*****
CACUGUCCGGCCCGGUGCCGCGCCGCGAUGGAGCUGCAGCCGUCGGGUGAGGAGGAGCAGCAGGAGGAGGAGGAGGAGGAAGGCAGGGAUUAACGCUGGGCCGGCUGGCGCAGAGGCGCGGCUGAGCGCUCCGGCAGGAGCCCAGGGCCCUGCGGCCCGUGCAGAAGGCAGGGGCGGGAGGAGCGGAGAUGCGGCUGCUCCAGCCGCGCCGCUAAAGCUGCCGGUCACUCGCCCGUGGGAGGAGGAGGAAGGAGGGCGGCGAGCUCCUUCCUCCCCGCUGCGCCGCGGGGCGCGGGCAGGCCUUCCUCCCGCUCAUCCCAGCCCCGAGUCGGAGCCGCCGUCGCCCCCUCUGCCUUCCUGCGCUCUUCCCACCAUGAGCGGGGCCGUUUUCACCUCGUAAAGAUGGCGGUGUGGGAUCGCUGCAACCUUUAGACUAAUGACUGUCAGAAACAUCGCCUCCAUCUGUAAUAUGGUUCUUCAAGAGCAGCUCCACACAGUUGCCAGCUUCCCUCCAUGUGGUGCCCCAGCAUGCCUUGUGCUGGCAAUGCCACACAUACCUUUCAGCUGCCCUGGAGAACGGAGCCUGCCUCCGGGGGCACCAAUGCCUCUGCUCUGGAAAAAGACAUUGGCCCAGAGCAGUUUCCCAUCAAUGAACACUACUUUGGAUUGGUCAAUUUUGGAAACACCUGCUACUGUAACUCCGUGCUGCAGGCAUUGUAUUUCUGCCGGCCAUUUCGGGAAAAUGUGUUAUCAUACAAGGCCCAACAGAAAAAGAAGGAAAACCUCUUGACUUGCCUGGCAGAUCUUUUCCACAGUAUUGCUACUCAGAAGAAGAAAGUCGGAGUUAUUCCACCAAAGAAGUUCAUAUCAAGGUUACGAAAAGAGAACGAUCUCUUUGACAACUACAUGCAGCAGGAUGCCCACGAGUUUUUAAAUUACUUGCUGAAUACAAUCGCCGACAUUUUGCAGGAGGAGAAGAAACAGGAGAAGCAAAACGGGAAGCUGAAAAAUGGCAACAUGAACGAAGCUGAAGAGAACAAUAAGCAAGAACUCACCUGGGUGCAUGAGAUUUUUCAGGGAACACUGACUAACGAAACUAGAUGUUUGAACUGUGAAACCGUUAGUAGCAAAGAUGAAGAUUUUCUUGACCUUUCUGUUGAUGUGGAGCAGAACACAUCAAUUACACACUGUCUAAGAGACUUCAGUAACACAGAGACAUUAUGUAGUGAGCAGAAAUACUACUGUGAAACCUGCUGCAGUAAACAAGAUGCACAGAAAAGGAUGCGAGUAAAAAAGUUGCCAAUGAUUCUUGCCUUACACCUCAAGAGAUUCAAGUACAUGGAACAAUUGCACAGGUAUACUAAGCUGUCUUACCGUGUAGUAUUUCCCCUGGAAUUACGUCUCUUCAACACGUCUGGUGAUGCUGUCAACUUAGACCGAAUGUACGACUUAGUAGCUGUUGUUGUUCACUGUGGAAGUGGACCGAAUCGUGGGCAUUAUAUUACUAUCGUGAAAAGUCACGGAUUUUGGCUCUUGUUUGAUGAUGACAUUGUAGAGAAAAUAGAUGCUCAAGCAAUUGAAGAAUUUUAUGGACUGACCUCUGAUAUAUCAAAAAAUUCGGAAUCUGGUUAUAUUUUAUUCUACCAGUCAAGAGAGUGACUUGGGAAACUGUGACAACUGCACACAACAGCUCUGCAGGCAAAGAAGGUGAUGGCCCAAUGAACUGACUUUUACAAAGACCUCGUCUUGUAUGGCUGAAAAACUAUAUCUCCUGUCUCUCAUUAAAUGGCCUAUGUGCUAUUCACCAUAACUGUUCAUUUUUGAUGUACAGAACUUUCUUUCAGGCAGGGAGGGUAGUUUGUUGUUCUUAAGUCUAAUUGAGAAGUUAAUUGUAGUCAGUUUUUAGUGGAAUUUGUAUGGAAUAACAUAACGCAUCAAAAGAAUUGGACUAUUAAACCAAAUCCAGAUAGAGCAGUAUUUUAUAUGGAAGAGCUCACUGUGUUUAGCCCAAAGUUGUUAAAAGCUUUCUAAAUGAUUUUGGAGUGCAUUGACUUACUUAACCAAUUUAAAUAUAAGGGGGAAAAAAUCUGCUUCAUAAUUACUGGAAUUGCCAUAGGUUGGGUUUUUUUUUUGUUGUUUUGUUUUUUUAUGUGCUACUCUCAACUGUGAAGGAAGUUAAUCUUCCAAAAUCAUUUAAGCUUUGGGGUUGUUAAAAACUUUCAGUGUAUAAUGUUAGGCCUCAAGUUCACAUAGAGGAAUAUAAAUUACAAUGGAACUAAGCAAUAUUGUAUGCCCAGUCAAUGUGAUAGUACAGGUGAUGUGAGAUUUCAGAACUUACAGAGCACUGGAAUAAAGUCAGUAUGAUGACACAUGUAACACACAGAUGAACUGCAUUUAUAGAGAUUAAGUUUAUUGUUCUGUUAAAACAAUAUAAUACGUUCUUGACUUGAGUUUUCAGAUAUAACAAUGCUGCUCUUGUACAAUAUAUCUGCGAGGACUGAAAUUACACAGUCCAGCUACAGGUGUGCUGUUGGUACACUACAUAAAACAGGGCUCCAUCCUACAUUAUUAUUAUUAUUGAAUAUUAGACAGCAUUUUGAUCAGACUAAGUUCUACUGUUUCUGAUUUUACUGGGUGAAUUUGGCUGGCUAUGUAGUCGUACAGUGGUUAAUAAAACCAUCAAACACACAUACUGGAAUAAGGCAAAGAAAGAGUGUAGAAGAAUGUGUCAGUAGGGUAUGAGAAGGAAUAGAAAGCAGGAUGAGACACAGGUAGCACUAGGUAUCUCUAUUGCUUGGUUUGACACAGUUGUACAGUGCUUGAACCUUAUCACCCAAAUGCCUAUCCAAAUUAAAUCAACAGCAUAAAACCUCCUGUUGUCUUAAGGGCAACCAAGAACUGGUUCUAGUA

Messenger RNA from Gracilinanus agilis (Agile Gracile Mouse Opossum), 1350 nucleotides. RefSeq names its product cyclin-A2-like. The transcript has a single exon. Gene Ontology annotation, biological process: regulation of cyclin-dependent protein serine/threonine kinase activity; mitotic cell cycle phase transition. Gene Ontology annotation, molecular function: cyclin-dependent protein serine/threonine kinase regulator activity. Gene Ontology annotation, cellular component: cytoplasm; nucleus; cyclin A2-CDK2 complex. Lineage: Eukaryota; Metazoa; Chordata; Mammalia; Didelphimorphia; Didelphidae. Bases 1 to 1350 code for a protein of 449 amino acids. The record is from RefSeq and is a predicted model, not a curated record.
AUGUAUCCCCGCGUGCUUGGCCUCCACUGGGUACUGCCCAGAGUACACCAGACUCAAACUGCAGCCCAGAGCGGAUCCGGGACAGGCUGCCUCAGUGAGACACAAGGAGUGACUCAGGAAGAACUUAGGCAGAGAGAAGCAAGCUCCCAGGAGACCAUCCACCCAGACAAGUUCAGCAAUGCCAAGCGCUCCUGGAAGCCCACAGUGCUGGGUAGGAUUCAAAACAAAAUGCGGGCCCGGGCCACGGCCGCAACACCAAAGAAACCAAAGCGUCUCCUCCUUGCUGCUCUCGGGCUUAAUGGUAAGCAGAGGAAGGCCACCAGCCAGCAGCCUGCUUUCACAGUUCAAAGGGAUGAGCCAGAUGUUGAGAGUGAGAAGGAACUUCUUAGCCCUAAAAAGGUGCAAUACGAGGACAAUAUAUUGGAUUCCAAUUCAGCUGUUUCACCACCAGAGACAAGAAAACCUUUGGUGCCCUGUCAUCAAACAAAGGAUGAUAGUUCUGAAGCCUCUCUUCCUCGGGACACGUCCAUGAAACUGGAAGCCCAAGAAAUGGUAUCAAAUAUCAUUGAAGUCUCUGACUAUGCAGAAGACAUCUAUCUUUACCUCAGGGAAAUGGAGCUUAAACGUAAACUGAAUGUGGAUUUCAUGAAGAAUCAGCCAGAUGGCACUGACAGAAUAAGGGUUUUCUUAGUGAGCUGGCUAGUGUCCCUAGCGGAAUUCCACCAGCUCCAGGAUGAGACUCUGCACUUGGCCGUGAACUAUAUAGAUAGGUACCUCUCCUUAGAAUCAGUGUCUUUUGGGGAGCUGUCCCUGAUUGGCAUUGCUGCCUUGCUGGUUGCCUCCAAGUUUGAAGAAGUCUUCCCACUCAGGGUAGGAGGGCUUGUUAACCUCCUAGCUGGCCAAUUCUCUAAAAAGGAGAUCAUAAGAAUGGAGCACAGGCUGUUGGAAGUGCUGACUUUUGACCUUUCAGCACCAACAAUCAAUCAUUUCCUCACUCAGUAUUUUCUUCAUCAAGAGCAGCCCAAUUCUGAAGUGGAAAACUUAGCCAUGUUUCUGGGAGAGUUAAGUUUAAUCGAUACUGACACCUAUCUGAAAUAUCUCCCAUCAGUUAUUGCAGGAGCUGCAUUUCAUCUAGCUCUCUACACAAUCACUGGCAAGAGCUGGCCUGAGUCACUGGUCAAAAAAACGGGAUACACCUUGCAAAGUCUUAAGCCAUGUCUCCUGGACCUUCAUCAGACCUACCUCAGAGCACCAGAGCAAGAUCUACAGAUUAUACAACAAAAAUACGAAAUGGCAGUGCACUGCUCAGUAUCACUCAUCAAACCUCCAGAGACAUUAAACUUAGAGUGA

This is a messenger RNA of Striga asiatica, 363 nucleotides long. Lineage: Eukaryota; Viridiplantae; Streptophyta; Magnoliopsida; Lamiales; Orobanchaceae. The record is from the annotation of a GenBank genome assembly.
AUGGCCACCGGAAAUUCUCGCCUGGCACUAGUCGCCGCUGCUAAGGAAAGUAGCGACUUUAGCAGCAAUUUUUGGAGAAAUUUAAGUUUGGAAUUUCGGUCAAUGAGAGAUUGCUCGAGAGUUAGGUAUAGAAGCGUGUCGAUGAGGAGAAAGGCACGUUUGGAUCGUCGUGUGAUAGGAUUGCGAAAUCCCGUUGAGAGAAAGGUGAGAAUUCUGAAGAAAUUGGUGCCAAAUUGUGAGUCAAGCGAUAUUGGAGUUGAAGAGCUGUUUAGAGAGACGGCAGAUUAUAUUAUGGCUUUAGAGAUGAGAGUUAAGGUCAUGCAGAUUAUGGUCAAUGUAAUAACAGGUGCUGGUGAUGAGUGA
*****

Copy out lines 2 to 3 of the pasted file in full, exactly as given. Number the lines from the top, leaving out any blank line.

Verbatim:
Messenger RNA from Gracilinanus agilis (Agile Gracile Mouse Opossum), 1350 nucleotides. RefSeq names its product cyclin-A2-like. The transcript has a single exon. Gene Ontology annotation, biological process: regulation of cyclin-dependent protein serine/threonine kinase activity; mitotic cell cycle phase transition. Gene Ontology annotation, molecular function: cyclin-dependent protein serine/threonine kinase regulator activity. Gene Ontology annotation, cellular component: cytoplasm; nucleus; cyclin A2-CDK2 complex. Lineage: Eukaryota; Metazoa; Chordata; Mammalia; Didelphimorphia; Didelphidae. Bases 1 to 1350 code for a protein of 449 amino acids. The record is from RefSeq and is a predicted model, not a curated record.
AUGUAUCCCCGCGUGCUUGGCCUCCACUGGGUACUGCCCAGAGUACACCAGACUCAAACUGCAGCCCAGAGCGGAUCCGGGACAGGCUGCCUCAGUGAGACACAAGGAGUGACUCAGGAAGAACUUAGGCAGAGAGAAGCAAGCUCCCAGGAGACCAUCCACCCAGACAAGUUCAGCAAUGCCAAGCGCUCCUGGAAGCCCACAGUGCUGGGUAGGAUUCAAAACAAAAUGCGGGCCCGGGCCACGGCCGCAACACCAAAGAAACCAAAGCGUCUCCUCCUUGCUGCUCUCGGGCUUAAUGGUAAGCAGAGGAAGGCCACCAGCCAGCAGCCUGCUUUCACAGUUCAAAGGGAUGAGCCAGAUGUUGAGAGUGAGAAGGAACUUCUUAGCCCUAAAAAGGUGCAAUACGAGGACAAUAUAUUGGAUUCCAAUUCAGCUGUUUCACCACCAGAGACAAGAAAACCUUUGGUGCCCUGUCAUCAAACAAAGGAUGAUAGUUCUGAAGCCUCUCUUCCUCGGGACACGUCCAUGAAACUGGAAGCCCAAGAAAUGGUAUCAAAUAUCAUUGAAGUCUCUGACUAUGCAGAAGACAUCUAUCUUUACCUCAGGGAAAUGGAGCUUAAACGUAAACUGAAUGUGGAUUUCAUGAAGAAUCAGCCAGAUGGCACUGACAGAAUAAGGGUUUUCUUAGUGAGCUGGCUAGUGUCCCUAGCGGAAUUCCACCAGCUCCAGGAUGAGACUCUGCACUUGGCCGUGAACUAUAUAGAUAGGUACCUCUCCUUAGAAUCAGUGUCUUUUGGGGAGCUGUCCCUGAUUGGCAUUGCUGCCUUGCUGGUUGCCUCCAAGUUUGAAGAAGUCUUCCCACUCAGGGUAGGAGGGCUUGUUAACCUCCUAGCUGGCCAAUUCUCUAAAAAGGAGAUCAUAAGAAUGGAGCACAGGCUGUUGGAAGUGCUGACUUUUGACCUUUCAGCACCAACAAUCAAUCAUUUCCUCACUCAGUAUUUUCUUCAUCAAGAGCAGCCCAAUUCUGAAGUGGAAAACUUAGCCAUGUUUCUGGGAGAGUUAAGUUUAAUCGAUACUGACACCUAUCUGAAAUAUCUCCCAUCAGUUAUUGCAGGAGCUGCAUUUCAUCUAGCUCUCUACACAAUCACUGGCAAGAGCUGGCCUGAGUCACUGGUCAAAAAAACGGGAUACACCUUGCAAAGUCUUAAGCCAUGUCUCCUGGACCUUCAUCAGACCUACCUCAGAGCACCAGAGCAAGAUCUACAGAUUAUACAACAAAAAUACGAAAUGGCAGUGCACUGCUCAGUAUCACUCAUCAAACCUCCAGAGACAUUAAACUUAGAGUGA